- Give extra milk the next day. Increase the amount of milk he gets by the same amount you had reduced. If he had two bottles reduced by half an ounce each, add half an ounce to two of his bottles the next day.
- Reduce the amount the next night. Wake him up at the same times, but decrease the amount of formula or breast milk you offer by half an ounce. If he typically drinks 5 ounces each feeding, offer 4.5 ounces instead.
- Continue to repeat every night, reducing the milk by half an ounce each night until it’s so little you don’t need to bother waking him up.
Ideally, he’ll begin to eat less at night and more during the day. This process helped wean our son off night feedings. He adjusted to taking all his meals during the day instead of waking up at night to do so.
Over time, your baby will eventually go through the night without waking up to feed. He’ll consume all his calories during his waking hours in the day.
I could then relax, knowing I wouldn’t have to scoop them up to rock and nurse if they happen to wake up. I had the hours between their bedtime routine and mine to do what I wanted or needed to.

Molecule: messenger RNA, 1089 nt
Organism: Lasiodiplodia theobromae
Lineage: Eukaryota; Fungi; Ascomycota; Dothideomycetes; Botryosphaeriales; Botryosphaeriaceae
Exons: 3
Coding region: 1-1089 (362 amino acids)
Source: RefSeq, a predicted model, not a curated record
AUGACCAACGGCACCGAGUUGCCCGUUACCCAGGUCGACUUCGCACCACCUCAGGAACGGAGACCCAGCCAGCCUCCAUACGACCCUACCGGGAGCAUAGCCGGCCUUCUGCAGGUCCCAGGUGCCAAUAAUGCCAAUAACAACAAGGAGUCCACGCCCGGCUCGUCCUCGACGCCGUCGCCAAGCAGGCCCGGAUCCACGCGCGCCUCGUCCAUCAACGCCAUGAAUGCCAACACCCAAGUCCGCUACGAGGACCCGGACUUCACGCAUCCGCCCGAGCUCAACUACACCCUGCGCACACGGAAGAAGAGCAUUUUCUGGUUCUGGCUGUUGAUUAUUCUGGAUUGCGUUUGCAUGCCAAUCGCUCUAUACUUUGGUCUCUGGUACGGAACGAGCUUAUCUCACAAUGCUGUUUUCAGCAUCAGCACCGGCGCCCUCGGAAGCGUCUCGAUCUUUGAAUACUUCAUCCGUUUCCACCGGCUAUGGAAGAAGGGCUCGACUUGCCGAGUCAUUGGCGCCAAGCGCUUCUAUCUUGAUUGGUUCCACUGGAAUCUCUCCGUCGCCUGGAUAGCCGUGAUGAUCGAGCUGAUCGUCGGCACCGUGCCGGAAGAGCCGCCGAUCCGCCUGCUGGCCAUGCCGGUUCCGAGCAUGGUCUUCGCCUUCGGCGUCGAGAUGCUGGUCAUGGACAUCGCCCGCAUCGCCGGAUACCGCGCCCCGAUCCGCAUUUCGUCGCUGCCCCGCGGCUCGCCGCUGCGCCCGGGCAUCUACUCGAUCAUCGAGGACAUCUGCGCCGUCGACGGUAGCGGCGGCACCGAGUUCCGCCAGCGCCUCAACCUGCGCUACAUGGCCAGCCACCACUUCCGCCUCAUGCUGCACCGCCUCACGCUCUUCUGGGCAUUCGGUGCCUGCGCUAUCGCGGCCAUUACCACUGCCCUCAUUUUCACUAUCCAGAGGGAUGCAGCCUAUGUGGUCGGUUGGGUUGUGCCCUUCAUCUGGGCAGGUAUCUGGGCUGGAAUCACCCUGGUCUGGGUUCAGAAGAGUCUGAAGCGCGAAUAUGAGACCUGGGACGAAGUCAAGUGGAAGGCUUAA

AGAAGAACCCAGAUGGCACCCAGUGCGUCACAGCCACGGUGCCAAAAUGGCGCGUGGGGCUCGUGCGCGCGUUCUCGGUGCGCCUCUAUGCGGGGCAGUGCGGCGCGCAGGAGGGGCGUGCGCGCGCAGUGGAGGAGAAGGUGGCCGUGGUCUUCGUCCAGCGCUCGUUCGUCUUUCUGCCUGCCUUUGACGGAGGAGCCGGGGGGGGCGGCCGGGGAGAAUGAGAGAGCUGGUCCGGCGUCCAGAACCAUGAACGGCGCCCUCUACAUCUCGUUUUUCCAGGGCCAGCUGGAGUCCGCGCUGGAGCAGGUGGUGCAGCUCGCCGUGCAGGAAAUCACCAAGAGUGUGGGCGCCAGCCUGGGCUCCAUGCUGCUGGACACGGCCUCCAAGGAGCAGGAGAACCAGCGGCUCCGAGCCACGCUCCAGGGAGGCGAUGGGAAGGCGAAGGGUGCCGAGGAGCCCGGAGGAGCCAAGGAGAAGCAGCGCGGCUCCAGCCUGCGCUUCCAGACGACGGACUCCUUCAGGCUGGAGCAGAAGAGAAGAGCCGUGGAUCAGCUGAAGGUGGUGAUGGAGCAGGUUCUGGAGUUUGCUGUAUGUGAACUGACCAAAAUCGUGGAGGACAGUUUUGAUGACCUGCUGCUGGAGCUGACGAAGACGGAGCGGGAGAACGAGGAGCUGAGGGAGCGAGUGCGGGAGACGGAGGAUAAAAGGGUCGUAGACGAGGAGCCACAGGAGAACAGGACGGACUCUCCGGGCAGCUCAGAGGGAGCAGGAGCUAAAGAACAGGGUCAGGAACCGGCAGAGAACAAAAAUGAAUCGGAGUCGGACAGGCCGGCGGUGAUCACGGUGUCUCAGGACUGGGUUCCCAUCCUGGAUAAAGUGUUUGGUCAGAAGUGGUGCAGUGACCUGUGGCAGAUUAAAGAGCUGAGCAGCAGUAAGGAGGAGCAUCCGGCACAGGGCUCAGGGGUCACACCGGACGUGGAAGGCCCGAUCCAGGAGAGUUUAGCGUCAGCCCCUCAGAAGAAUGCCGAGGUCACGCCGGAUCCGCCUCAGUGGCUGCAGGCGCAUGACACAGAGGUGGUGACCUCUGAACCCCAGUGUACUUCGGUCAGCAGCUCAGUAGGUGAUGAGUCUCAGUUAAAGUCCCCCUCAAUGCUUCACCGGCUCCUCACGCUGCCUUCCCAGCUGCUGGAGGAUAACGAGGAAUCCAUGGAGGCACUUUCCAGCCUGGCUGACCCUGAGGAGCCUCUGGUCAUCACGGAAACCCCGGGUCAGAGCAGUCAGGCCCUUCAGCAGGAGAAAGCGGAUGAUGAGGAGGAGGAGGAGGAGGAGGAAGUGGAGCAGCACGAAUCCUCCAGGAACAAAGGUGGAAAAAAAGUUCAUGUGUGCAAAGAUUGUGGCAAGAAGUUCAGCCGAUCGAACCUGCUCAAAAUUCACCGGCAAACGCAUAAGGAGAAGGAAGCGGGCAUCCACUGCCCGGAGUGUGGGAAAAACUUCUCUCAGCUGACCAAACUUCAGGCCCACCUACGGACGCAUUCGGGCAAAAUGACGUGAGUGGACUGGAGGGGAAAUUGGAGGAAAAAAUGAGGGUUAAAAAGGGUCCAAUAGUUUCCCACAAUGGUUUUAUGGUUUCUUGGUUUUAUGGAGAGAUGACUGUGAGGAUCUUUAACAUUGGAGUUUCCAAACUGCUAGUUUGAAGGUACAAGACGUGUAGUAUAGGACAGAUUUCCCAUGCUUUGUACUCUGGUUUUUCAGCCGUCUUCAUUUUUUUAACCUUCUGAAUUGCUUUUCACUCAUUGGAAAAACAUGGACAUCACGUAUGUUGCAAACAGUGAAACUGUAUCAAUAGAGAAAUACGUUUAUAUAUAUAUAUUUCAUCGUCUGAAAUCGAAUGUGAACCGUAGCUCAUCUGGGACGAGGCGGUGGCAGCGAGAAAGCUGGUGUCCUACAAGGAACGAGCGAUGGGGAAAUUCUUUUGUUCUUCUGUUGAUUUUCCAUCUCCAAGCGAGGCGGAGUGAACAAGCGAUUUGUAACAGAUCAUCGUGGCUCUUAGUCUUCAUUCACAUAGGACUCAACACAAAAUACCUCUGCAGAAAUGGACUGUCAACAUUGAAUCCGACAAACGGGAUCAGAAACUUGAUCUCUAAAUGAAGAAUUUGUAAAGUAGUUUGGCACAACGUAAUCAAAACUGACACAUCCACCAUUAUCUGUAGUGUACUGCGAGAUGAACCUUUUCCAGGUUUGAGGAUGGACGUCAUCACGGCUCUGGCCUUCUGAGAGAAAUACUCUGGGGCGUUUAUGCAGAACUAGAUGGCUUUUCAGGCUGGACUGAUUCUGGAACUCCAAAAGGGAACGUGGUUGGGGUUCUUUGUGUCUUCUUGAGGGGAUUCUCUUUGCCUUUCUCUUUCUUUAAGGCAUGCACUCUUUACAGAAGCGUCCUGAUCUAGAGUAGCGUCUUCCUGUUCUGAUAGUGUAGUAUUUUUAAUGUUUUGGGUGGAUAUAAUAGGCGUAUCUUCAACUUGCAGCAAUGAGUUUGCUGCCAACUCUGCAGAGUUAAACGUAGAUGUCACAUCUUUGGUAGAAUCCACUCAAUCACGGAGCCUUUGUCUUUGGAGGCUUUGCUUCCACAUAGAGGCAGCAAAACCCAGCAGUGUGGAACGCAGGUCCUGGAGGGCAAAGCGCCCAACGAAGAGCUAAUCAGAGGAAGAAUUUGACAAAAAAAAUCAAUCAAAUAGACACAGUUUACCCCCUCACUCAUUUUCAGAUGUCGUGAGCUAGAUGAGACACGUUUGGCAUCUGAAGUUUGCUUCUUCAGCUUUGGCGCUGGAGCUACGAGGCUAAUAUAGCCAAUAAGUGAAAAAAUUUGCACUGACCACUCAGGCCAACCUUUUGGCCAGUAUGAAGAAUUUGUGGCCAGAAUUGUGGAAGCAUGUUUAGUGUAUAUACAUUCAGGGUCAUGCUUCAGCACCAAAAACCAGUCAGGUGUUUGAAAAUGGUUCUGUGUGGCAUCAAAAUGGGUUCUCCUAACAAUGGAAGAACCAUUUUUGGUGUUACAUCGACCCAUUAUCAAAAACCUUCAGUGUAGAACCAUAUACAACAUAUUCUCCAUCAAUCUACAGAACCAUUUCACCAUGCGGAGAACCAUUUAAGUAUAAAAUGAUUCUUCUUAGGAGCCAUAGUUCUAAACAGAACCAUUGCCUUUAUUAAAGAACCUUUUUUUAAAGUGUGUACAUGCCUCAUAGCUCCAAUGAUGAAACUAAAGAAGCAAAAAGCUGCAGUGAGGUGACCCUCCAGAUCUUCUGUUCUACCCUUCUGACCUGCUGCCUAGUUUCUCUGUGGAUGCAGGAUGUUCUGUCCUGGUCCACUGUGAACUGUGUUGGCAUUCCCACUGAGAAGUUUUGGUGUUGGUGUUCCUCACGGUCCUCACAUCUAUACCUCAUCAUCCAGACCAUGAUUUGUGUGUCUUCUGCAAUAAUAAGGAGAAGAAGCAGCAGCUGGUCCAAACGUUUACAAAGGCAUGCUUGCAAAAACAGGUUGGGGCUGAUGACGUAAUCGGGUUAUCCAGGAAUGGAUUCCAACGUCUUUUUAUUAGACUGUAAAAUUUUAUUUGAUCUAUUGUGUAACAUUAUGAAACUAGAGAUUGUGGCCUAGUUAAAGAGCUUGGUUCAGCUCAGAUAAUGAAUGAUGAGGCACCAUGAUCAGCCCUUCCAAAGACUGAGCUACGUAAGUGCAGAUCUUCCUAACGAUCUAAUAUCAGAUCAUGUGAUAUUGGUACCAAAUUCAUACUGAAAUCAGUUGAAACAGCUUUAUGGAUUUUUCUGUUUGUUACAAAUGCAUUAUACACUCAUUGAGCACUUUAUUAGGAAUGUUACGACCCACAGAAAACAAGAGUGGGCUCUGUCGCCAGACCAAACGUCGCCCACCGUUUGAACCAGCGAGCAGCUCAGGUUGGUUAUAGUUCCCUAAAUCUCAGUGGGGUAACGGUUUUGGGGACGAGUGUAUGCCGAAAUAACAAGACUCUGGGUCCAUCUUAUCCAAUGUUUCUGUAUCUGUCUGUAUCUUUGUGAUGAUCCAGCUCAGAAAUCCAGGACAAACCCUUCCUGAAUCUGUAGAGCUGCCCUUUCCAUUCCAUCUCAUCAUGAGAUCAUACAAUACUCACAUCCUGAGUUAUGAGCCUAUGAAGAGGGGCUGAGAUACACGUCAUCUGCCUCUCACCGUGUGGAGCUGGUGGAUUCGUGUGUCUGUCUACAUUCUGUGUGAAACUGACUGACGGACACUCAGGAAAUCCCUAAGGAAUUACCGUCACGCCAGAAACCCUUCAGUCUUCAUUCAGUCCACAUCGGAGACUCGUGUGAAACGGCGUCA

And the nighttime sleep… I could fall sleep by 10pm and wake up at 6am the next day, without having woken up once.
Meanwhile, they would clock in a full 12 hours, going to sleep at 7pm and waking up at 7am. Sure, once in a while they’d fuss or cry, but they’d often settle themselves back to sleep on their own. And even the times I’d comfort them back to sleep were rare, rather than the norm.
The changes really were like night and day.
I know the same can happen for you. Despite what you may feel right now, you’re not stuck with sleep deprivation for the rest of your life. You can help your baby be a good sleeper, starting with changing your mindset about what it means to let her self-soothe.
Then, ditch the sleep aids you’d rather not continue, such as using pacifiers or rocking her to sleep. Do strategic check-ins, including not rushing in for every whimper you hear. And finally, learn how to wean from nighttime feedings so she can eat during the day and sleep at night.
Help her get a good night’s sleep once and for all.
Get more tips:
- A New Mom’s Guide to a Baby Fighting Sleep
- Why I Regret Rocking My Baby To Sleep
- What You Need to Know About the 11 Month Sleep Regression
- Adjusting to Motherhood and Life with a Baby